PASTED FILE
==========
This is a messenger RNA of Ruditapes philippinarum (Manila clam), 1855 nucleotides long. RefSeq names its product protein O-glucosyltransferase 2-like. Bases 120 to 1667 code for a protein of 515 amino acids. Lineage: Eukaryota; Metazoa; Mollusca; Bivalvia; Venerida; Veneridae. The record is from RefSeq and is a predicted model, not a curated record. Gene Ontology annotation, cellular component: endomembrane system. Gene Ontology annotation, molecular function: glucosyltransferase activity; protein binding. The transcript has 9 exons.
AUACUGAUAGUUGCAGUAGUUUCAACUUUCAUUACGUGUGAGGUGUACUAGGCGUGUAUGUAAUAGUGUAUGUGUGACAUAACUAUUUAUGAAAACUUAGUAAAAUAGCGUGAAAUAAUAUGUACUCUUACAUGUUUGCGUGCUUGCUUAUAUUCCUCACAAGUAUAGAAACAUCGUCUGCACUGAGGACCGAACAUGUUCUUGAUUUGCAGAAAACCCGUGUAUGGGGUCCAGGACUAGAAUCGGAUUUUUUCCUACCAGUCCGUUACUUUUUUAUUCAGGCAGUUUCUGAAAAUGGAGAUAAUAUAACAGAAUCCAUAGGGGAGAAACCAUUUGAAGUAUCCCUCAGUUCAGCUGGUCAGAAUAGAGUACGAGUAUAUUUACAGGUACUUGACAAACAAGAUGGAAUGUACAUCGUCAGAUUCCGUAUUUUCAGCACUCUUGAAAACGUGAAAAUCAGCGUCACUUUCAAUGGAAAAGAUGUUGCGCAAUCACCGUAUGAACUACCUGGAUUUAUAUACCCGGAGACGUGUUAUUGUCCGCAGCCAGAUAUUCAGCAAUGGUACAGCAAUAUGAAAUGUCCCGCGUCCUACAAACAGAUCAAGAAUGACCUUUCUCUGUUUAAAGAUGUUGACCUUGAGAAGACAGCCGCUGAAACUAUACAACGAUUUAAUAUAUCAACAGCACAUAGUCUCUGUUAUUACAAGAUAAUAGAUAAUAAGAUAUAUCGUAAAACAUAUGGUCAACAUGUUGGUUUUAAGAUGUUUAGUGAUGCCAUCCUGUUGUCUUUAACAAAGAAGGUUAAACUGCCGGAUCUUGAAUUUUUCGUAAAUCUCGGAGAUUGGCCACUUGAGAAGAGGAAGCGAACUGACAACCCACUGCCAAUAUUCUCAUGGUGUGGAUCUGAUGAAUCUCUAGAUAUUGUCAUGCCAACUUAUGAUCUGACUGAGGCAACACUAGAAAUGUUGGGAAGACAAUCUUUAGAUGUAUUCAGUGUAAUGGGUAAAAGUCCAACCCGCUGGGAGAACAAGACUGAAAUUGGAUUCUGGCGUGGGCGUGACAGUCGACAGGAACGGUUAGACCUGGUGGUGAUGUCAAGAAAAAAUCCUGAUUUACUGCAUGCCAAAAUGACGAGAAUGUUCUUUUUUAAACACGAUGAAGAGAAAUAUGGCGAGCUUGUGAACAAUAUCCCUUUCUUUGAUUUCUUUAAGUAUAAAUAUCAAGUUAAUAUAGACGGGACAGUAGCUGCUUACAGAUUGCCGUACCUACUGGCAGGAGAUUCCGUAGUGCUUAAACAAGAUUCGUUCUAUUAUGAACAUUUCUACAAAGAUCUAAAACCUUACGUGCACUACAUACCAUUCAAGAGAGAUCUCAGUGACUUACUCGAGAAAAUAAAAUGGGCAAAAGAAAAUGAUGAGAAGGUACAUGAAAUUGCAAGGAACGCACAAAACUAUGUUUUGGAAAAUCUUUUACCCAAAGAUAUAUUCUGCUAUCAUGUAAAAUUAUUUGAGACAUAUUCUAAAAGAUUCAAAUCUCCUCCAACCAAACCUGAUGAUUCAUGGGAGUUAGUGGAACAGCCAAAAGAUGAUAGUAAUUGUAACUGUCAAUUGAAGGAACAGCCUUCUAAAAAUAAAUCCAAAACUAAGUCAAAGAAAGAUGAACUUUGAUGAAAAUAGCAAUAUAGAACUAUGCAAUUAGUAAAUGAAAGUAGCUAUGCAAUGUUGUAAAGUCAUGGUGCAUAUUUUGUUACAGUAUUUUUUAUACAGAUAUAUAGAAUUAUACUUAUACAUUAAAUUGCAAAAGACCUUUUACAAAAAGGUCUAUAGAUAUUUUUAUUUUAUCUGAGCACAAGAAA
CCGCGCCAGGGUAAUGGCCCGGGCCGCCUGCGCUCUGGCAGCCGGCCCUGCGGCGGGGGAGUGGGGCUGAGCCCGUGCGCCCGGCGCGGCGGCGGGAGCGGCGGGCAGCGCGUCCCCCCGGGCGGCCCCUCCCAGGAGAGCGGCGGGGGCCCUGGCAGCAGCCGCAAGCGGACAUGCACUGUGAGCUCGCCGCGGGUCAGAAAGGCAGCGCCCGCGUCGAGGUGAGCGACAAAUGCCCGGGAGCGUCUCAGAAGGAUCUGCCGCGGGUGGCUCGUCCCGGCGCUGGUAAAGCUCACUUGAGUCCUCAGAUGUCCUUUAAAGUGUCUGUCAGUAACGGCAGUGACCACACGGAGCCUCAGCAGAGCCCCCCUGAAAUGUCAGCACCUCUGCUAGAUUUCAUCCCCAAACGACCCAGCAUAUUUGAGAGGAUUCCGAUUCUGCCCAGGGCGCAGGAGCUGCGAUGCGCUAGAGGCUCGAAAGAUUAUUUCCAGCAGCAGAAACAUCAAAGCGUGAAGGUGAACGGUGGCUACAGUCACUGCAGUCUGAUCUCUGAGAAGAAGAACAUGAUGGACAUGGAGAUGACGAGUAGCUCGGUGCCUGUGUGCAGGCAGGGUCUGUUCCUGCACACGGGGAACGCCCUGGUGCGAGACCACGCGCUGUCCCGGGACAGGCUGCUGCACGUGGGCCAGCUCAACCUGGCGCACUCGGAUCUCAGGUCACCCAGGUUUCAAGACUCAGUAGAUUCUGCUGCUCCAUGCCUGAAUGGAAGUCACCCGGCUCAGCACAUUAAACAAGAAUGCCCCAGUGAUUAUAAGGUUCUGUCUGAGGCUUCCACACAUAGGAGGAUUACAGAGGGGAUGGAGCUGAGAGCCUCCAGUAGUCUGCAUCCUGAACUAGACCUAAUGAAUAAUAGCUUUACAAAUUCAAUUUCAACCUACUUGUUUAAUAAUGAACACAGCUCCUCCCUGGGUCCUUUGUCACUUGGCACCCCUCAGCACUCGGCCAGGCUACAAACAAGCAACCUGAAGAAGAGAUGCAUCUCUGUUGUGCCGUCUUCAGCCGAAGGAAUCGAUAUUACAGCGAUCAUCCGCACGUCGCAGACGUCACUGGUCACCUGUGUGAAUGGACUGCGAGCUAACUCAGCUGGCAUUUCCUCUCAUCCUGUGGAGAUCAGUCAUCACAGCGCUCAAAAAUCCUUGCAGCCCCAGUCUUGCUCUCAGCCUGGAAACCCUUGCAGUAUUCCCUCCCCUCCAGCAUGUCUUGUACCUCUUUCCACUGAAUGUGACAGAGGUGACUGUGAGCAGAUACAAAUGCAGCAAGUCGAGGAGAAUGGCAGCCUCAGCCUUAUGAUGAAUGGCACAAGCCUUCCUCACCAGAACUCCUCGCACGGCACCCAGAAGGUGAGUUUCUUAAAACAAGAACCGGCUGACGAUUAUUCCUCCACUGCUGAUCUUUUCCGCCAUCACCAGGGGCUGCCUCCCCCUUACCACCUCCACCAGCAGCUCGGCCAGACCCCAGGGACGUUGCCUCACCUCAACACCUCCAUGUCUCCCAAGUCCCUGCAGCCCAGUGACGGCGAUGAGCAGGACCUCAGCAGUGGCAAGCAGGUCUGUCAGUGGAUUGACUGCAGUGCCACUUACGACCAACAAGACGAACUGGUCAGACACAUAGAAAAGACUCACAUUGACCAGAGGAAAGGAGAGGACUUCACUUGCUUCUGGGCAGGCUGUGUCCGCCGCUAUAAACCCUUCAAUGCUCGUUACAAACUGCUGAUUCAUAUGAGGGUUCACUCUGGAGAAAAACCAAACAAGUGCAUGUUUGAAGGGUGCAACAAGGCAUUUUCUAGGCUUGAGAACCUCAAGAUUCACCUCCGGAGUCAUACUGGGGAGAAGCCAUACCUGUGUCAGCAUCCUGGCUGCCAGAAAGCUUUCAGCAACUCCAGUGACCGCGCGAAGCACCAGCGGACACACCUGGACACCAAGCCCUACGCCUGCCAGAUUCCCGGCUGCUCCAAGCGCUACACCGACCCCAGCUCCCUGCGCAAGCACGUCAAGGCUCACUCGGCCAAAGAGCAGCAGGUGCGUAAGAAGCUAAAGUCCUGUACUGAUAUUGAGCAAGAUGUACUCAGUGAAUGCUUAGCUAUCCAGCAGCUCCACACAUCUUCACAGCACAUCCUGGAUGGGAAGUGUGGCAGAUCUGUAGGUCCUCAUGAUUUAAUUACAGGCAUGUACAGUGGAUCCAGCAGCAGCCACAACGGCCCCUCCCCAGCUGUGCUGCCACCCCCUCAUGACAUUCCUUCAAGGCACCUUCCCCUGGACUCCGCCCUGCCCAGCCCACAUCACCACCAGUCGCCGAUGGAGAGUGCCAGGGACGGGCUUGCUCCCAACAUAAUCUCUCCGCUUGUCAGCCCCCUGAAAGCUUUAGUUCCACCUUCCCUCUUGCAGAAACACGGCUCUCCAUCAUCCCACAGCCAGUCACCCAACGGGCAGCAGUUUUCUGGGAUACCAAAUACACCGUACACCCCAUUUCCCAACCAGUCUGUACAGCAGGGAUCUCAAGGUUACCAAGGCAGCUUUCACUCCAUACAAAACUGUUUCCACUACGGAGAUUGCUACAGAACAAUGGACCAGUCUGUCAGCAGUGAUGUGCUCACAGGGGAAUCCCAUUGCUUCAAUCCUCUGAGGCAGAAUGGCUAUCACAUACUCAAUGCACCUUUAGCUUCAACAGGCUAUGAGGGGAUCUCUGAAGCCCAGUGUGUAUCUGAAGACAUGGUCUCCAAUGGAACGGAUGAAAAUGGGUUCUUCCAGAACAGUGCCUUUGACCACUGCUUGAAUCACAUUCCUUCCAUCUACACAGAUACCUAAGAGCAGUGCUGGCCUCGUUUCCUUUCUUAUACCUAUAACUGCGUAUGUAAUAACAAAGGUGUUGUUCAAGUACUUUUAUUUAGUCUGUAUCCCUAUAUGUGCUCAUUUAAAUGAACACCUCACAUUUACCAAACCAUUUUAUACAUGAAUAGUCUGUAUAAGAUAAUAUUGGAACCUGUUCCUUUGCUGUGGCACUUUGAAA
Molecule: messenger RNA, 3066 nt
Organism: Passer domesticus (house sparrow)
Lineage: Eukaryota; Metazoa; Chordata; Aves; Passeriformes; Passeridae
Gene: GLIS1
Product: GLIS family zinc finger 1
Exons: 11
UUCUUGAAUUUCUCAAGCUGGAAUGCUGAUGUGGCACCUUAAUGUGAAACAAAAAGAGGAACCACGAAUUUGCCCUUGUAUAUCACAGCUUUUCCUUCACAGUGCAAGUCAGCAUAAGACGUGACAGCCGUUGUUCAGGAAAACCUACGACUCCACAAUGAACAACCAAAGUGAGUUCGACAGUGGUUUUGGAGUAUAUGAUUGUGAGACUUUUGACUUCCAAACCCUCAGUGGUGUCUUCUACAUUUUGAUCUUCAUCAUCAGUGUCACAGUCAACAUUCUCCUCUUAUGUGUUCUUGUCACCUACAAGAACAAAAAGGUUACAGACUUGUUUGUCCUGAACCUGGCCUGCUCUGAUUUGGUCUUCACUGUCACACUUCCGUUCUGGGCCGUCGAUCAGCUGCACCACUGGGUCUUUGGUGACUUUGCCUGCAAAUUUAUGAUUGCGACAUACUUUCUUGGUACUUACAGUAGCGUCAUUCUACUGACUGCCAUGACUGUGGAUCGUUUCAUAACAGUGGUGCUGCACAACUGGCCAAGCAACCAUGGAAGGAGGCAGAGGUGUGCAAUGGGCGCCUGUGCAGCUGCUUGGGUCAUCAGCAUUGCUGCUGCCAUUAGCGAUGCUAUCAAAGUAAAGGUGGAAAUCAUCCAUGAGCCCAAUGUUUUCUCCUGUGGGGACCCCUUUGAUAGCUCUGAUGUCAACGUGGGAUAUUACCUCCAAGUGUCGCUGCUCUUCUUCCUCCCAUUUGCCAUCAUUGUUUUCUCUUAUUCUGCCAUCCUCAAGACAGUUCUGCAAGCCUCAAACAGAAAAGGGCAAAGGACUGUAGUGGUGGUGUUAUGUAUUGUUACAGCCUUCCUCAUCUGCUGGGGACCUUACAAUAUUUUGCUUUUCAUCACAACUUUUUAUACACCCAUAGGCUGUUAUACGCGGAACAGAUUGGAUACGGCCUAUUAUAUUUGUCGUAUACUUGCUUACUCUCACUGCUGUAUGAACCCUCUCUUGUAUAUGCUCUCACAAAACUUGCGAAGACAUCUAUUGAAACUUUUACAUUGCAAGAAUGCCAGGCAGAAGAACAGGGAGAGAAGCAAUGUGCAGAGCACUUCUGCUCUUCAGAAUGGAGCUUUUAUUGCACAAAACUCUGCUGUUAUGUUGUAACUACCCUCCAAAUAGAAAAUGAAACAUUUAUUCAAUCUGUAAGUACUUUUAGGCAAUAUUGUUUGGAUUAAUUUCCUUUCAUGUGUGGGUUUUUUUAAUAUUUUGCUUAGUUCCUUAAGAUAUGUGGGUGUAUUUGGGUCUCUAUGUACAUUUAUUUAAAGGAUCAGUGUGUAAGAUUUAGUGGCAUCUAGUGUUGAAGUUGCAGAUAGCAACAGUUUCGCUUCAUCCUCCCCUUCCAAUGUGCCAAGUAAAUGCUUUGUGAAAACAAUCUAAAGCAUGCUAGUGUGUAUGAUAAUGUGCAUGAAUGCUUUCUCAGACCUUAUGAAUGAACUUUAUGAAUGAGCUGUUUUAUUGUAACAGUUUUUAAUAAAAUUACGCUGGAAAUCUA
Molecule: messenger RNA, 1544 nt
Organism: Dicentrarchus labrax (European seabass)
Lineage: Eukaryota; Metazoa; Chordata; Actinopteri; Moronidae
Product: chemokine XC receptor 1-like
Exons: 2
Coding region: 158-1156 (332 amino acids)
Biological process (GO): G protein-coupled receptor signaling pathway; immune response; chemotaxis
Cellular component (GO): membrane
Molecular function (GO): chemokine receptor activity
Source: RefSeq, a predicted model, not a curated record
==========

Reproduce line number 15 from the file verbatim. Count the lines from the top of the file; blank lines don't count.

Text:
Exons: 2